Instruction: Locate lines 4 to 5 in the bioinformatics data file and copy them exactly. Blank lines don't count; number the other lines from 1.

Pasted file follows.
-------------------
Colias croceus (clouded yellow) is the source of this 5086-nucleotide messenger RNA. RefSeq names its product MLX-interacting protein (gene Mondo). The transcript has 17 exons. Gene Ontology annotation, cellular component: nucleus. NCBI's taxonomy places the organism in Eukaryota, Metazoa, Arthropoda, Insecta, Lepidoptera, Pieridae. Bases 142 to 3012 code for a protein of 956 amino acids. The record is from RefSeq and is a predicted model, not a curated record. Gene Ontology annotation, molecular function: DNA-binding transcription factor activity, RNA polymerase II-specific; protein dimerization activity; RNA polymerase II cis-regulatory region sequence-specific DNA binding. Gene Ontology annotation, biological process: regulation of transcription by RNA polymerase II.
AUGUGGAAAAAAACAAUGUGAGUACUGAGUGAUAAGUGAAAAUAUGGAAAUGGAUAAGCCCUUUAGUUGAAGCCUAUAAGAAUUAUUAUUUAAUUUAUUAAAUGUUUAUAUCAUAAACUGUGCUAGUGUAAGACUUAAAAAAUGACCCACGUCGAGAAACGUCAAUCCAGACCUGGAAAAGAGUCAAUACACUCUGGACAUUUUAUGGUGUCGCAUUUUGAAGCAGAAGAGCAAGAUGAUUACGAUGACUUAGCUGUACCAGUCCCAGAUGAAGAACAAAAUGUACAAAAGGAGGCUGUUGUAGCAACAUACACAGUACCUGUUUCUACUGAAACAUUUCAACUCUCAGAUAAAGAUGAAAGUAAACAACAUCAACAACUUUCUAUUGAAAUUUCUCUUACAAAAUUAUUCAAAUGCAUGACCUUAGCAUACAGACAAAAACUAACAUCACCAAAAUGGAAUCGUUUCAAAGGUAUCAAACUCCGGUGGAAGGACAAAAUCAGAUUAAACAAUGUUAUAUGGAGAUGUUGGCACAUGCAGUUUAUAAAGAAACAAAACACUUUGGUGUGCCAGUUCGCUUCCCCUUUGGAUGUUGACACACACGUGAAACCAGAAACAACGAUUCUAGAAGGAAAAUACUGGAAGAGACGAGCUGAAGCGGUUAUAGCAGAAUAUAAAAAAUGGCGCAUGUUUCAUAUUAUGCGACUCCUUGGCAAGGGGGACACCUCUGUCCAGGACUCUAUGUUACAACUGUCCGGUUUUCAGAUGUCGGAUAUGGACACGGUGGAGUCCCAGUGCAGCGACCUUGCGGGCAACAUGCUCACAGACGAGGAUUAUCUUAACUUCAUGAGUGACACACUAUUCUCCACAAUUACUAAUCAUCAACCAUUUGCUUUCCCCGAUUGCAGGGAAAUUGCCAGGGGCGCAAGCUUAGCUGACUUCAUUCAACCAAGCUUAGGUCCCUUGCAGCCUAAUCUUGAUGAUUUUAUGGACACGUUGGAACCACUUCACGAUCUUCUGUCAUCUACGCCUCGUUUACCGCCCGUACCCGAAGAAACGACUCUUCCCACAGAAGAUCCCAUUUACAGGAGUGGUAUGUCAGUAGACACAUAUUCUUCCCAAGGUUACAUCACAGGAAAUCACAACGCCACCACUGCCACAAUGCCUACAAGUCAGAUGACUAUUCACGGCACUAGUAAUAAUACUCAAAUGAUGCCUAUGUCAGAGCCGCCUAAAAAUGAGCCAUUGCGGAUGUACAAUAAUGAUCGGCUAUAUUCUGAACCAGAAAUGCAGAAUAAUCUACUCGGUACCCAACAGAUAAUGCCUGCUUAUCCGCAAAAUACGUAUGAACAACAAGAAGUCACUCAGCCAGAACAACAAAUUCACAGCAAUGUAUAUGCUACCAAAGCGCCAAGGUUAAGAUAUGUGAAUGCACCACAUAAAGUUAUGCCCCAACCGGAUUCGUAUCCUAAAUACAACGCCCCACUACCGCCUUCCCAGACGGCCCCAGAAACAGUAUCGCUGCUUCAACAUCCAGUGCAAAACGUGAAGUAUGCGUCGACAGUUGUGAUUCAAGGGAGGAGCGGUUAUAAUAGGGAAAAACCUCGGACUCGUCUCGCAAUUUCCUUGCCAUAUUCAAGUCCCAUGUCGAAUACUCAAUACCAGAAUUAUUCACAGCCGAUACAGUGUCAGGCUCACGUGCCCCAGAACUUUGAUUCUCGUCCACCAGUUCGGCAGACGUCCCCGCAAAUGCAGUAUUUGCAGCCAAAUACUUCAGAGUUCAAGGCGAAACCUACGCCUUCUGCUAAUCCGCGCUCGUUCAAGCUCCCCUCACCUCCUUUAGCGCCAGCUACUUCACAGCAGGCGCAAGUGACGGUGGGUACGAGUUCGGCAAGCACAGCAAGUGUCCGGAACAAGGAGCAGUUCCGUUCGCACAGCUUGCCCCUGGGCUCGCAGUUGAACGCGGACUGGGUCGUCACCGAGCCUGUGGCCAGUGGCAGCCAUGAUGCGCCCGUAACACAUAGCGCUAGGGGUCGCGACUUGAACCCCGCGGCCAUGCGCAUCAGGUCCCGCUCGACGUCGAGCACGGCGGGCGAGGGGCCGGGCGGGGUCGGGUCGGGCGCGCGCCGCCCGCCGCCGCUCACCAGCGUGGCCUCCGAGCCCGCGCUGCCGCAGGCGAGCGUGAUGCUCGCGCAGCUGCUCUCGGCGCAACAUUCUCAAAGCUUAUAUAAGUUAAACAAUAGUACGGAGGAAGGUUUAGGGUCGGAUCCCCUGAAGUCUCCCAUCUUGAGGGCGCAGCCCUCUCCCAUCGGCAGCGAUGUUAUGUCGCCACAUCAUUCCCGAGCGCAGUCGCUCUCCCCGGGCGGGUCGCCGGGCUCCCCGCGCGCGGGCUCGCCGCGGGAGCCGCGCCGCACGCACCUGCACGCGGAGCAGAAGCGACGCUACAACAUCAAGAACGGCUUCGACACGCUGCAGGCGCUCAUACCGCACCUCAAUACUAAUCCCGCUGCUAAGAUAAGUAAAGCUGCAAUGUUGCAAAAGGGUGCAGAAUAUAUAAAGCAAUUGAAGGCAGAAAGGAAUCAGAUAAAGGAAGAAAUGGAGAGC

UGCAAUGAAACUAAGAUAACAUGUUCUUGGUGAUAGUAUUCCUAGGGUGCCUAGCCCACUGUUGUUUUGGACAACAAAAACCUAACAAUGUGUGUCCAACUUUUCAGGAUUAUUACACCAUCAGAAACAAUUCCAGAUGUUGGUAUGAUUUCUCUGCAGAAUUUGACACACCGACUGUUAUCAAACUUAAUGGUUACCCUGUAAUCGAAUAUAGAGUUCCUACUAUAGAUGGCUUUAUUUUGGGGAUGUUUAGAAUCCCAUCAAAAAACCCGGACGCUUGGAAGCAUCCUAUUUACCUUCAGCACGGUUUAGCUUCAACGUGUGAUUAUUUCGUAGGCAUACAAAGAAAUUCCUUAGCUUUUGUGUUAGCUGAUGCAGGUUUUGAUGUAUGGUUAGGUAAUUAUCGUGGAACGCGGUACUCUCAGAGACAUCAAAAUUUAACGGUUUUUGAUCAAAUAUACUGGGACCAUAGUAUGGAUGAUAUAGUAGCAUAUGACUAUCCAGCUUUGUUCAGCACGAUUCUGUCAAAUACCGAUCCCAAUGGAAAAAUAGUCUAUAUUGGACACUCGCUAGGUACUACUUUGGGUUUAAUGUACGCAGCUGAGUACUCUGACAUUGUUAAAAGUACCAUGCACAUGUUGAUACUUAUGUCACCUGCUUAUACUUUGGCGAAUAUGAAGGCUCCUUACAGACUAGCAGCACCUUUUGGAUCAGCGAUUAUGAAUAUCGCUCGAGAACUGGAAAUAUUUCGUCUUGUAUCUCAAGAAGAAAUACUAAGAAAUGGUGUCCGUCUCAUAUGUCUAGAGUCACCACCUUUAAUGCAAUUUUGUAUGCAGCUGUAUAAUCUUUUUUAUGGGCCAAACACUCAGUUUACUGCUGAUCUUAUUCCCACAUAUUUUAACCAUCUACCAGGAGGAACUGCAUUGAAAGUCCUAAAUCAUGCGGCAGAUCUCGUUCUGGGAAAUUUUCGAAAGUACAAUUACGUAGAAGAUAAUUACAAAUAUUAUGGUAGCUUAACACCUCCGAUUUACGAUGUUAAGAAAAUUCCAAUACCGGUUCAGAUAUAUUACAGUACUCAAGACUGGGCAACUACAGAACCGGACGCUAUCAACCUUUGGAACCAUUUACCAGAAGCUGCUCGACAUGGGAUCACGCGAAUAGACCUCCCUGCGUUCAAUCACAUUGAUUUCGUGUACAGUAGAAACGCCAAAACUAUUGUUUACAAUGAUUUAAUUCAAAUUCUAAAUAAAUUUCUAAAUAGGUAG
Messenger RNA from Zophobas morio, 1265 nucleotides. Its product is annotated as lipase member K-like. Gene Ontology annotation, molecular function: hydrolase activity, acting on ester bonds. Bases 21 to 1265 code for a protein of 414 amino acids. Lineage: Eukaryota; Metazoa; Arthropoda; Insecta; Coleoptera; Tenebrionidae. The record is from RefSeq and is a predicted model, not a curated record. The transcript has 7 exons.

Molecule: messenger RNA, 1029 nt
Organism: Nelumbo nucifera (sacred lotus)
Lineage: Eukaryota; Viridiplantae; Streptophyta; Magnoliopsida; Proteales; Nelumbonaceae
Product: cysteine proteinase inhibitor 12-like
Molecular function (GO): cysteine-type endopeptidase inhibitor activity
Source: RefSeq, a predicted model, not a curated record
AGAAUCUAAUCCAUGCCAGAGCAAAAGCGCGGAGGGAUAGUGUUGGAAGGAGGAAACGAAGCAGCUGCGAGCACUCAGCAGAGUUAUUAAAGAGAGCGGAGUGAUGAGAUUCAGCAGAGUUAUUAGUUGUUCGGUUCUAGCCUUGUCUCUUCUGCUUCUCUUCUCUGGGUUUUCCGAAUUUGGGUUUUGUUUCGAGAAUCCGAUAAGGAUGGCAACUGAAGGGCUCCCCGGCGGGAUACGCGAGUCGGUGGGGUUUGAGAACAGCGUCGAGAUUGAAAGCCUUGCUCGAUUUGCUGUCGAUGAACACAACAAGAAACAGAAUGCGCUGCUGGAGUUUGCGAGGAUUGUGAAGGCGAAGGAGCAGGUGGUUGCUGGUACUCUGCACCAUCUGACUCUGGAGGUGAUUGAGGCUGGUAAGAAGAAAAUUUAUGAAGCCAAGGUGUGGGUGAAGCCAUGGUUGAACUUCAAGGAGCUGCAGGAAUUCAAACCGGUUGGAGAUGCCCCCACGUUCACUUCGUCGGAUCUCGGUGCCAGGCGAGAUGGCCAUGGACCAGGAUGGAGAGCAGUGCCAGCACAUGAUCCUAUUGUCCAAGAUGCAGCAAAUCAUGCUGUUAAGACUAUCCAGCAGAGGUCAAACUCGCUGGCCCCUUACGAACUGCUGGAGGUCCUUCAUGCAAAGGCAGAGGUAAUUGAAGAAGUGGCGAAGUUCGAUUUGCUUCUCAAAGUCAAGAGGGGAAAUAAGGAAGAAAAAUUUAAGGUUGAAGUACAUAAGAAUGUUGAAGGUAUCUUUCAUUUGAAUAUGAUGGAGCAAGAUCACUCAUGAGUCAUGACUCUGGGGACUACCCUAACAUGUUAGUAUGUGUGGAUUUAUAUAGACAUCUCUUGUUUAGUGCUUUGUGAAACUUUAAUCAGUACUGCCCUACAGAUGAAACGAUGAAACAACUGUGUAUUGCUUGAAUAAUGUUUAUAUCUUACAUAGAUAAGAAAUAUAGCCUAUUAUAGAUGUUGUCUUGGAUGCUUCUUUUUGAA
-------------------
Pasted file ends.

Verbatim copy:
Messenger RNA from Zophobas morio, 1265 nucleotides. Its product is annotated as lipase member K-like. Gene Ontology annotation, molecular function: hydrolase activity, acting on ester bonds. Bases 21 to 1265 code for a protein of 414 amino acids. Lineage: Eukaryota; Metazoa; Arthropoda; Insecta; Coleoptera; Tenebrionidae. The record is from RefSeq and is a predicted model, not a curated record. The transcript has 7 exons.

Molecule: messenger RNA, 1029 nt